One of the more important debates percolating within the trade secret community, as well as society at large, is what to do about the use of personal electronic devices. The colliding realities of today’s 24/7 workplace and the increasing security risks posed by the use of devices outside the protective sphere of a company’s infrastructure are bringing this issue into focus.  IT managers and CIOs are not the only ones talking about this issue; national media, including Forbes, the New York Times and the Wall Street Journal, have noted the tension betwen these forces in many recent articles.

To give this topic the attention it deserves, I am going to divide it into two posts. Part I will address the data and issues that are driving this problem to the front of the desks of many in-house lawyers, HR managers, CIOs and IT managers; Part II will address the security issues and what companies are doing, and can do, to reduce or eliminate this security risk.

The Facts Driving the Debate: One thing is clear, and that is that employees want to be able to use their personal devices for work. According to a survey, 35% of IT managers say they are under increased pressure from employees to offer greater flexibility for the use of personal devices. 

The reasons why employees want to use their personal devices for work are straightforward: (1) an individual employee is much more likely to keep up with ever-changing technology, as opposed to the employer, who as a matter of practical economic reality cannot match that pace (on average, companies upgrade their computers and other devices only once every three years); (2) employees, who are going to own their own devices regardless of their employer’s policy, don’t want to have to carry two smart phones, two laptops, etc.; (3) employees are expected to perform more work from home and many times after 5 p.m., so they do not want to be saddled with what they perceive as relatively “outdated” office technology while on (what was previously) their personal time; and (4) employees simply prefer working from a device with which they are comfortable and familiar, a fact reflected in their purchase of that device. These facts are unlikely to change anytime soon.

Those advocating the increased use of employee devices have coined the phrase “BYOD” (Bring Your Own Device) for those companies and firms that allow for greater use of employee devices.  Proponents claim that BYOD benefits the employer as well because it saves the company money, increases employee morale, and allows their employees to be more available after hours. However, as one opponent of BYOD commented, after identifying the legal, security, and logistical problems that accompany employees’ use of personal devices: “BYOD, you say? Better follow it up with BYOB, because you’ll want something to dull the pain.” (See Erik Sherman’s recent take in the Wall Street Journal article, “Should Employees be Permitted to Use Their Own Devices for Work?”  John Parkinson presents a nice defense of the BYOD position in the same article, some of which is incorporated above).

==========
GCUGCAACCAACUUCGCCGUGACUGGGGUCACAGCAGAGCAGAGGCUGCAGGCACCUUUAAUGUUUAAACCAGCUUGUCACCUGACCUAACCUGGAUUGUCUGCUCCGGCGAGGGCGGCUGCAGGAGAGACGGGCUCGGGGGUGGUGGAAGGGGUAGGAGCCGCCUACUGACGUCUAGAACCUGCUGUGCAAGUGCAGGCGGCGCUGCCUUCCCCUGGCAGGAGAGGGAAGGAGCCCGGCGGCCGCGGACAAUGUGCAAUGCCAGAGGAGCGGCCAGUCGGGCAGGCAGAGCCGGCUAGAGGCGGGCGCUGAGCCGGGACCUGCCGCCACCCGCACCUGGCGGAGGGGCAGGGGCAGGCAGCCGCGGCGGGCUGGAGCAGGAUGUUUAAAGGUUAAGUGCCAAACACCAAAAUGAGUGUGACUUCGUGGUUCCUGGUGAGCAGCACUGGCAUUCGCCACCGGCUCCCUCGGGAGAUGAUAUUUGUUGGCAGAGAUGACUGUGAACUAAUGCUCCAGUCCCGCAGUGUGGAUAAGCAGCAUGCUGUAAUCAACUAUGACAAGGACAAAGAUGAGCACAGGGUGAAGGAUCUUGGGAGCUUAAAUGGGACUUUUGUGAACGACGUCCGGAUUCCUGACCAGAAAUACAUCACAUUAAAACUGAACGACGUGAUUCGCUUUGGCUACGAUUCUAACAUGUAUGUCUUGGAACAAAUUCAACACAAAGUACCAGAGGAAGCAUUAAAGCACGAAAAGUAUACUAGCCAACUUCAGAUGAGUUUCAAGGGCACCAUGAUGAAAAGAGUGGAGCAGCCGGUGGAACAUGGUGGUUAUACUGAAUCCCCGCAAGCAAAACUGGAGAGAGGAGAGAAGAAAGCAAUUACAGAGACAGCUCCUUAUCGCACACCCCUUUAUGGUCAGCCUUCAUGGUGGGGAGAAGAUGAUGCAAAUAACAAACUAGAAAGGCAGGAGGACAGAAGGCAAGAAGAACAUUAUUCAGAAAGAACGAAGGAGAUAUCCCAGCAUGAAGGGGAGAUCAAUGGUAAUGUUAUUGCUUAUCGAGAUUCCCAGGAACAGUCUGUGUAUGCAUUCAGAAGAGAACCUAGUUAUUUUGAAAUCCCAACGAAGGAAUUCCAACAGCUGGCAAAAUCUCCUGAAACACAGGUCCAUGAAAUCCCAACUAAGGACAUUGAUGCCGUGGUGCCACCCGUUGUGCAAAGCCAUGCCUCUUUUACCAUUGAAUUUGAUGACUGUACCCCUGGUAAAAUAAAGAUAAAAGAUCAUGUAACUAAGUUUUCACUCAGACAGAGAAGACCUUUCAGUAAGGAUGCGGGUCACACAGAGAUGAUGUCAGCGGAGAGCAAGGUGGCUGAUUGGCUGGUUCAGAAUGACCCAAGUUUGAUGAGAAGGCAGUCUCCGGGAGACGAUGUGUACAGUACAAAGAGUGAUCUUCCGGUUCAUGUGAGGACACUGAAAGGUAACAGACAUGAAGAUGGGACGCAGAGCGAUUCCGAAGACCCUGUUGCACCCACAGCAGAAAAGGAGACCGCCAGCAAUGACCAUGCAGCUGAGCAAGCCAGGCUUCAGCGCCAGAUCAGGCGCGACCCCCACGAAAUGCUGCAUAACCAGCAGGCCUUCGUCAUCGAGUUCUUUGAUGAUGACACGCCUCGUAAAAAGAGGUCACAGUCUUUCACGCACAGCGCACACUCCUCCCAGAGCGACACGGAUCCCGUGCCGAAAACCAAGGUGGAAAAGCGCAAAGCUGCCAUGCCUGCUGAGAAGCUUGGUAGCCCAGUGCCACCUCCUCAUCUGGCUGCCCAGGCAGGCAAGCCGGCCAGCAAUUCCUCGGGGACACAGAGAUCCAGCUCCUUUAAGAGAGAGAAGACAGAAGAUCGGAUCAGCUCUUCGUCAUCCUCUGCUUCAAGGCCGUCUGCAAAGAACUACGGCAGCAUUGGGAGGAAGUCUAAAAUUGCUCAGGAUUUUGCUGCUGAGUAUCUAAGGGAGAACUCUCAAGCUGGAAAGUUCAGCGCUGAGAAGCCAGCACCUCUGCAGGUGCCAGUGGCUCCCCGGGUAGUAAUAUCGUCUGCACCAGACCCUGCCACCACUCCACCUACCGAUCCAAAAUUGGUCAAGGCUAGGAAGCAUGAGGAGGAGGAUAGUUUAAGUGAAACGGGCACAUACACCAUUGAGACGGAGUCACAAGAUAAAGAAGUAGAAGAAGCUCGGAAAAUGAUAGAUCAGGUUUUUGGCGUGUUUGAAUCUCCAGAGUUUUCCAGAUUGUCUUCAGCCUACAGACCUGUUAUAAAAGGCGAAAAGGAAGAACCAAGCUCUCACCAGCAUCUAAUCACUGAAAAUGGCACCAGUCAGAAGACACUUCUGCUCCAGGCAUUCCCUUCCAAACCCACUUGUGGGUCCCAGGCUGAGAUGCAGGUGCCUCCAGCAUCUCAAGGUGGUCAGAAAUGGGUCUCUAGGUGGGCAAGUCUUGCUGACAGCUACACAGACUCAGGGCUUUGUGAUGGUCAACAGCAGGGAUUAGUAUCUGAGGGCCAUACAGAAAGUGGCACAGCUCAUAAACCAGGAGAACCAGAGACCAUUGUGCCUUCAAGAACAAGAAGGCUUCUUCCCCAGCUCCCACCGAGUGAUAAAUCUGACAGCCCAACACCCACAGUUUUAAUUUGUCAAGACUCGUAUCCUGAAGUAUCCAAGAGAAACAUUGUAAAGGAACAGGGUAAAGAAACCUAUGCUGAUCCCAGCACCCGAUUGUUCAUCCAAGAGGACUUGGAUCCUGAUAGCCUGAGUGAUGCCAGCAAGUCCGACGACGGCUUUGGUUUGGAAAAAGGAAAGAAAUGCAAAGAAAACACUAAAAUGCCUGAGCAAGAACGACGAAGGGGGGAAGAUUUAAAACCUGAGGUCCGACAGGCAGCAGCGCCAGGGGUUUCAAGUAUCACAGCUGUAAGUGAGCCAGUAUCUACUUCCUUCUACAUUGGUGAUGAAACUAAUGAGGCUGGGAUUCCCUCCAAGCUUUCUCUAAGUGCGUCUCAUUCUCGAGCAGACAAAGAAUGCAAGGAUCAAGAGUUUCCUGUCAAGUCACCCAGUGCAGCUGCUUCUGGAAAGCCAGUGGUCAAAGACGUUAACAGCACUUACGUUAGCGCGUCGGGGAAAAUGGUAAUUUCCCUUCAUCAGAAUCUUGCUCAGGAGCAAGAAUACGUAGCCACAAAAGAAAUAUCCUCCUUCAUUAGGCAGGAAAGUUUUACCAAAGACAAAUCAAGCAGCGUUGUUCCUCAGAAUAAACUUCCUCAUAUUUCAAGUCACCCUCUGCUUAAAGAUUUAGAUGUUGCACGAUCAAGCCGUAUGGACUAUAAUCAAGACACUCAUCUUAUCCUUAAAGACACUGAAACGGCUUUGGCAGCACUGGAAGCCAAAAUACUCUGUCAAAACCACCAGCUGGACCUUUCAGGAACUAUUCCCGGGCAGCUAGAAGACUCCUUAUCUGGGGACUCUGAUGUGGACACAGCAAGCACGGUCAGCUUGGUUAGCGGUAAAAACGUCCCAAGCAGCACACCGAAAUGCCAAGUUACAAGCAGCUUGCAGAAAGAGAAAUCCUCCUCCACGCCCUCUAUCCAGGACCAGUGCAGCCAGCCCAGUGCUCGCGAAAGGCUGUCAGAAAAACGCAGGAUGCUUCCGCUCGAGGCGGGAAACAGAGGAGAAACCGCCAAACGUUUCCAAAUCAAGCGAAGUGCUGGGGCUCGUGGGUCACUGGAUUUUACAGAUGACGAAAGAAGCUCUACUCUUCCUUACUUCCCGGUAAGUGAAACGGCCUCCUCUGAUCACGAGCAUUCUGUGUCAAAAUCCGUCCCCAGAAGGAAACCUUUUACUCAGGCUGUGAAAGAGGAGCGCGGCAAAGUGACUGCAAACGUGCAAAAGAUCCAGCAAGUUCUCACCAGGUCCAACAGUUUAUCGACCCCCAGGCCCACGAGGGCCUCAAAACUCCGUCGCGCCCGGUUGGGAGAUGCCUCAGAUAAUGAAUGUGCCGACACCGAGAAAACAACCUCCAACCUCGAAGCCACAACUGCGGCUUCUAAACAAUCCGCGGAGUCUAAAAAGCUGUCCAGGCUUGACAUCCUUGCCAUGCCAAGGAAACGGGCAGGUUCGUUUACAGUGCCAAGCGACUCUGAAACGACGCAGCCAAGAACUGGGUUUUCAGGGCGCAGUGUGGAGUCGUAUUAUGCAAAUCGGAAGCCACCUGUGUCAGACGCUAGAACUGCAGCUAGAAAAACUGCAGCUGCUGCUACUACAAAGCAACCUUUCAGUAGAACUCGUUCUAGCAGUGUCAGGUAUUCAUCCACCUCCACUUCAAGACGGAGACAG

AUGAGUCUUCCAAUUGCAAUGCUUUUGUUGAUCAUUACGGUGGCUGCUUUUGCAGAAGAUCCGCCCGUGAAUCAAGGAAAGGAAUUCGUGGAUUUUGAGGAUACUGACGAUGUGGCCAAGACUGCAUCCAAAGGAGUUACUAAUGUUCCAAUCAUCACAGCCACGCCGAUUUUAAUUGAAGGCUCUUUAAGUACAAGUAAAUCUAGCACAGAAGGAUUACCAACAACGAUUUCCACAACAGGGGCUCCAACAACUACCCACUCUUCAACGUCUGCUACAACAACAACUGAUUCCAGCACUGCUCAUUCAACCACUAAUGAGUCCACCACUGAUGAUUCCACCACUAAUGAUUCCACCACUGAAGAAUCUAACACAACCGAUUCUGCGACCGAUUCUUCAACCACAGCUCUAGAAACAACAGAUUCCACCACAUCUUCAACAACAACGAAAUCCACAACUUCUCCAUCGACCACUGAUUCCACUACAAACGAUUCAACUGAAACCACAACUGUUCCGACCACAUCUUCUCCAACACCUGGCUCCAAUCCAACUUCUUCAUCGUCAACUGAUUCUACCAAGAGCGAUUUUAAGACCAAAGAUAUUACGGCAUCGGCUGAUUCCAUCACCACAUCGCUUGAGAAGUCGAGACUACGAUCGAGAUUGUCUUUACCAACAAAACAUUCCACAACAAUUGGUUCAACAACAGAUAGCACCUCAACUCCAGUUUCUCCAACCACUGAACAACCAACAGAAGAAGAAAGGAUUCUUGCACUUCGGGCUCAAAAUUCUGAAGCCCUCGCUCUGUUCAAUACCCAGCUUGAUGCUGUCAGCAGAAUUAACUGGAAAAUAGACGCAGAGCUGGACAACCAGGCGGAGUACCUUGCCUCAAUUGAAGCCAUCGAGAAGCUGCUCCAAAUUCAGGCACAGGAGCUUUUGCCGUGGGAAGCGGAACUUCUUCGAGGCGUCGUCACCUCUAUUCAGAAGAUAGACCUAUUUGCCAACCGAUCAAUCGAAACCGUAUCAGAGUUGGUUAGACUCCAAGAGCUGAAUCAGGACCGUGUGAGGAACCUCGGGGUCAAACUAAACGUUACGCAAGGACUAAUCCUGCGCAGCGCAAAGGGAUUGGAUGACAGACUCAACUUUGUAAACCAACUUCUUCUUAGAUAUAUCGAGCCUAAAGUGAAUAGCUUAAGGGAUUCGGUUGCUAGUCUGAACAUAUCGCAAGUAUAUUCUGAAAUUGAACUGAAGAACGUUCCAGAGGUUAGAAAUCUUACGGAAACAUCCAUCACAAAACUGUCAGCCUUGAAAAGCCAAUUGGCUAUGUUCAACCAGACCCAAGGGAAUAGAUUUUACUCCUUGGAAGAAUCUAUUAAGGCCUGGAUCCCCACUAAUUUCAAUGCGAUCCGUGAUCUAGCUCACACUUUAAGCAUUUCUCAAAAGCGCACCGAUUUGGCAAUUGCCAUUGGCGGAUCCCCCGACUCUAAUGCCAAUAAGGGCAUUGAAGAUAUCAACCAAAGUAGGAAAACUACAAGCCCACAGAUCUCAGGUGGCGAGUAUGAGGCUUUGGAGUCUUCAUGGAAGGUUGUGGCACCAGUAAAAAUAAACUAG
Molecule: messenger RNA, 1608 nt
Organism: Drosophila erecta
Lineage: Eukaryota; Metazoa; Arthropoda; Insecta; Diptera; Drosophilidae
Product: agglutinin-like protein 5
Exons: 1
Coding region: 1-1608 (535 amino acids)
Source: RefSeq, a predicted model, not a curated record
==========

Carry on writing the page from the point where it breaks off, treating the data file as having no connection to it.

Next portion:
The Great Unknown:  Now for the frightening part:  recent research and surveys suggest that few companies and IT departments are adequately prepared – let alone adequately educated – to address the relevant issues head-on. According to a November 21, 2011 Citrix press release, a recent global survey by Citrix revealed that 62% of small and medium-sized businesses have no internal IT controls in place to manage employee-purchased smartphones, tablets, laptops, and other devices.  

Even more alarming, the Citrix survey found that 45% of the IT managers surveyed were unaware of all the devices being used to access their servers.  I am going to repeat that statistic — nearly half of those IT managers could not identify all of the devices that were accessing their servers.  Probably for that very reason, 57% of IT managers polled are most concerned about the security implications of employees using personal devices to conduct business.

We’ve confronted the issue and the facts on the ground.  Now, in next week’s Part II of this post, we will look at the practical consequences and what companies are doing, or can do, to protect themselves.